What Factors Go Into Determining My Insurance Premium?

Apr 23, 2020

By Lisa Brown, Managing Director, Altus Private Risk

If you’ve ever compared insurance premium costs with a friend or neighbor, you might find they pay significantly less (or more) than you. While it might seem like one of you was able to negotiate a better deal, the truth is insurance costs can vary immensely from person to person––and typically for reasons far beyond negotiation skills. 

When you receive an insurance quote, insurers determine the premiums you pay for coverage based on a variety of factors and criteria unique to you, your household, and the type of insurance you’re purchasing.

To cover your home, a carrier looks at the age of your home, the zip code or county it is located in, and what losses have occurred over the past few years. For auto insurance, factors that might impact your premium include the age of drivers, number of family cars, the zip code you’re driving in and your claims history (or lack thereof). 

Insurers may use different criteria to determine their premium, but quotes are based on providing specific insurance coverage for specific individuals. When looking for coverage, many buyers believe they can shop around between brokers to find and negotiate the best deal. However, quotes won’t change when moving from broker to broker if you’re using the same factors and same insurance carrier.  

Brokers can, however, work with you to ensure you’re looking for the appropriate coverage and using all applicable credits––potentially reducing the amount you pay and preventing you from overspending on coverages you don’t need.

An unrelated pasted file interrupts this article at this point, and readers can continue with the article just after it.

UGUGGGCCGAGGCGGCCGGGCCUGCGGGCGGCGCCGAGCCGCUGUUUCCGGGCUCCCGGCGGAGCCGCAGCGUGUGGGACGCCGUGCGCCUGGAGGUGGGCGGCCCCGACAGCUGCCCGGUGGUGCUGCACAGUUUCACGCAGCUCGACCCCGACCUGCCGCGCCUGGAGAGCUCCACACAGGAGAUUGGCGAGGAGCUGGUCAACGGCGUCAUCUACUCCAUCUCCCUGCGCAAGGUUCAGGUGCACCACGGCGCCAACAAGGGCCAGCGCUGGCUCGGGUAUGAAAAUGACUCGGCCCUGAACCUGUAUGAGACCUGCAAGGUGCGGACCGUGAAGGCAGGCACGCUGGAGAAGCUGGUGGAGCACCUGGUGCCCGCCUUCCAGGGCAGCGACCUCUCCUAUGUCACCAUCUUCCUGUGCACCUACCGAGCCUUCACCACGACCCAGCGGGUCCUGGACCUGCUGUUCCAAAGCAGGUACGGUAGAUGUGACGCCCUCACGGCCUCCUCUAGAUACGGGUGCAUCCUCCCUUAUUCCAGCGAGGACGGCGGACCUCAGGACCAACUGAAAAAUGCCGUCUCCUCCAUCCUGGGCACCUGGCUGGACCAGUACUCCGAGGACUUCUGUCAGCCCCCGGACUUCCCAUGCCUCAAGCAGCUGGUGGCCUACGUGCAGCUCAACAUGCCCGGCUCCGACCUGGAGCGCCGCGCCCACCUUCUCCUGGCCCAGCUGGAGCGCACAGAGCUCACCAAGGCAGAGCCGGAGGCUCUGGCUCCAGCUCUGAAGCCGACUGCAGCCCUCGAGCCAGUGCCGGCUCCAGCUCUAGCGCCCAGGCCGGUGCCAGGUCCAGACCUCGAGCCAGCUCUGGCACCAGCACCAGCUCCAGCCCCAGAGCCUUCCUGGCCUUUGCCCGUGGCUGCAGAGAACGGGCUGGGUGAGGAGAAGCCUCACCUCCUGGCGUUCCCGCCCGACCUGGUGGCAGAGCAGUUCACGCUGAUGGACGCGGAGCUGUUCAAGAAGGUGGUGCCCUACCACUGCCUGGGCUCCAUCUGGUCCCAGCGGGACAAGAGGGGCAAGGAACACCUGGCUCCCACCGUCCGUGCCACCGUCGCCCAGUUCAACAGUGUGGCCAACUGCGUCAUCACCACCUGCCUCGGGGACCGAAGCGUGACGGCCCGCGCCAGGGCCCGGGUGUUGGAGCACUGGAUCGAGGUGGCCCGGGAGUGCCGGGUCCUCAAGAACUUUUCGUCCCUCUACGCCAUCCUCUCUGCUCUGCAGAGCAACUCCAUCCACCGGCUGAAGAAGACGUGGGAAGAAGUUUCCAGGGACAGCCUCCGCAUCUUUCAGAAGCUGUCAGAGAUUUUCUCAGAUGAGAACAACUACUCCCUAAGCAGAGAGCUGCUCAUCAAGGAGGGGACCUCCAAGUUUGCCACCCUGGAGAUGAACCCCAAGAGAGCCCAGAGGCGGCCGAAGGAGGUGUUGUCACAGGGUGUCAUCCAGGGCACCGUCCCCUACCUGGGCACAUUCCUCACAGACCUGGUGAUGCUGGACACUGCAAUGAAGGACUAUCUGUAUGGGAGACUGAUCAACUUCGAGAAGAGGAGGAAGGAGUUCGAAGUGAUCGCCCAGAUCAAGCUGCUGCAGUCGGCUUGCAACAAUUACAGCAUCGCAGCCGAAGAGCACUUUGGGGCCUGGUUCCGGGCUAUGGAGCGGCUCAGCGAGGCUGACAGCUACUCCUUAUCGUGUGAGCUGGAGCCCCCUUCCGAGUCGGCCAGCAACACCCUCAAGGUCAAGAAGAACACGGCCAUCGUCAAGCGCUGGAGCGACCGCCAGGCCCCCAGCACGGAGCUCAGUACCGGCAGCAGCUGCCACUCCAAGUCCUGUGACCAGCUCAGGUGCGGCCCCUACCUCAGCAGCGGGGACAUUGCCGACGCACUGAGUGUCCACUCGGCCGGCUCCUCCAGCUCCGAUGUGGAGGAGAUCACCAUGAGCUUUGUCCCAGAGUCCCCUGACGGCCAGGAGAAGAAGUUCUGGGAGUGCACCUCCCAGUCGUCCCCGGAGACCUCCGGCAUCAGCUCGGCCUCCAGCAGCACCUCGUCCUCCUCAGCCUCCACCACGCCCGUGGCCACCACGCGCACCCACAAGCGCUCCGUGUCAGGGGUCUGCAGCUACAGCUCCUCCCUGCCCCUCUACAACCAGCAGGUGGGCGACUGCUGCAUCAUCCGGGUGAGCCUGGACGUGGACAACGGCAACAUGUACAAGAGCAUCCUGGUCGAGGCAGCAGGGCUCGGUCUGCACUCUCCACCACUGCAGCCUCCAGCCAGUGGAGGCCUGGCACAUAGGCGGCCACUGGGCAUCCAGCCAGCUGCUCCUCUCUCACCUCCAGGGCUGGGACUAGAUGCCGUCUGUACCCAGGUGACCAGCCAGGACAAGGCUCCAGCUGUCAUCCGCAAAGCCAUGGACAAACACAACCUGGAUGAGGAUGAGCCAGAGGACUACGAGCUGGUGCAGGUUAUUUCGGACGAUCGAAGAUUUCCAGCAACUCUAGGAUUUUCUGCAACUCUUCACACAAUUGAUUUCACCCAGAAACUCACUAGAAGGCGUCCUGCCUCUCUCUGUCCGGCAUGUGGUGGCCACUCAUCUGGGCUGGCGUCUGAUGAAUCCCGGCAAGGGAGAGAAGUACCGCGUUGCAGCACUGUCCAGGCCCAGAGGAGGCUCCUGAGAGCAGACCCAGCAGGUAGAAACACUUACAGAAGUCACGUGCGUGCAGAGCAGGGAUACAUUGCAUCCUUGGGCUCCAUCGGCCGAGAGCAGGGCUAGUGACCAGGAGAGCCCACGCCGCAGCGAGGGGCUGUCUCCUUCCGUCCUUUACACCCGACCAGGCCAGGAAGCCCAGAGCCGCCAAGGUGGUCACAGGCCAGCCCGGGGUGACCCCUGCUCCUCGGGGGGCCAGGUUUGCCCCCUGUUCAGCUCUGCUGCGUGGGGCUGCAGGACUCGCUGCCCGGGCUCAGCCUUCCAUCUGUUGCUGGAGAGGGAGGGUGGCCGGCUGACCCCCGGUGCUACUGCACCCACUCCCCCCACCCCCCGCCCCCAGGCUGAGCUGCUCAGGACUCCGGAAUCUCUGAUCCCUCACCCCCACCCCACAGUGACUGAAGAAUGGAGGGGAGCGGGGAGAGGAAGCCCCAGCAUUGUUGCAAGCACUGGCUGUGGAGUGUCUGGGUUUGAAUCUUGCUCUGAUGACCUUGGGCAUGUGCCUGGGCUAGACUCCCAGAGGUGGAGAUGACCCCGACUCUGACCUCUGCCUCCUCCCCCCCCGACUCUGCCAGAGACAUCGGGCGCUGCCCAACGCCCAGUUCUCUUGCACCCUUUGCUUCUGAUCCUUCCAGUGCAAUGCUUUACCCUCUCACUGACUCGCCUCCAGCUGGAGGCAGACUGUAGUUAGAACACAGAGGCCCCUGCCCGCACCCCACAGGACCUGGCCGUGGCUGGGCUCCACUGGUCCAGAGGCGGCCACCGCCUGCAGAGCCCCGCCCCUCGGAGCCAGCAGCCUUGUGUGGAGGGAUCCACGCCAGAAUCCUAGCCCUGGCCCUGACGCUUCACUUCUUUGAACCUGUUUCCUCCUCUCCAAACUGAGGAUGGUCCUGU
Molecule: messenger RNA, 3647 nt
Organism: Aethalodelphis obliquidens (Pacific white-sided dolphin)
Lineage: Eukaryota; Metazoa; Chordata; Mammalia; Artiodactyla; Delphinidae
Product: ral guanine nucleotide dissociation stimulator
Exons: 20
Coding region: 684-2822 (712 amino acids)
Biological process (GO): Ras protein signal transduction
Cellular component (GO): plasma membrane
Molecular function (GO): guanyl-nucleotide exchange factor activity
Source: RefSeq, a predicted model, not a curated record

Many insurers offer specific credits for things like safe driving or having a backup generator in your home. These credits show that you’re considered less of a risk and therefore lower your premiums. But understanding what credits are available and whether or not you qualify for them can be challenging. 

Your broker should work with you to determine which carrier best fits your unique needs and what premium credits you may qualify for. They should consistently reevaluate your policy coverage at each renewal period to ensure your plan is still the best fit and make recommendations, changes or enhancements. 

Bottom Line

Despite what many people think, an insurance premium isn’t something that can be negotiated. Your broker doesn’t have control or influence over the factors a carrier uses to determine their rate––but they can (and should) work on your behalf to get the coverage you need at an appropriate cost.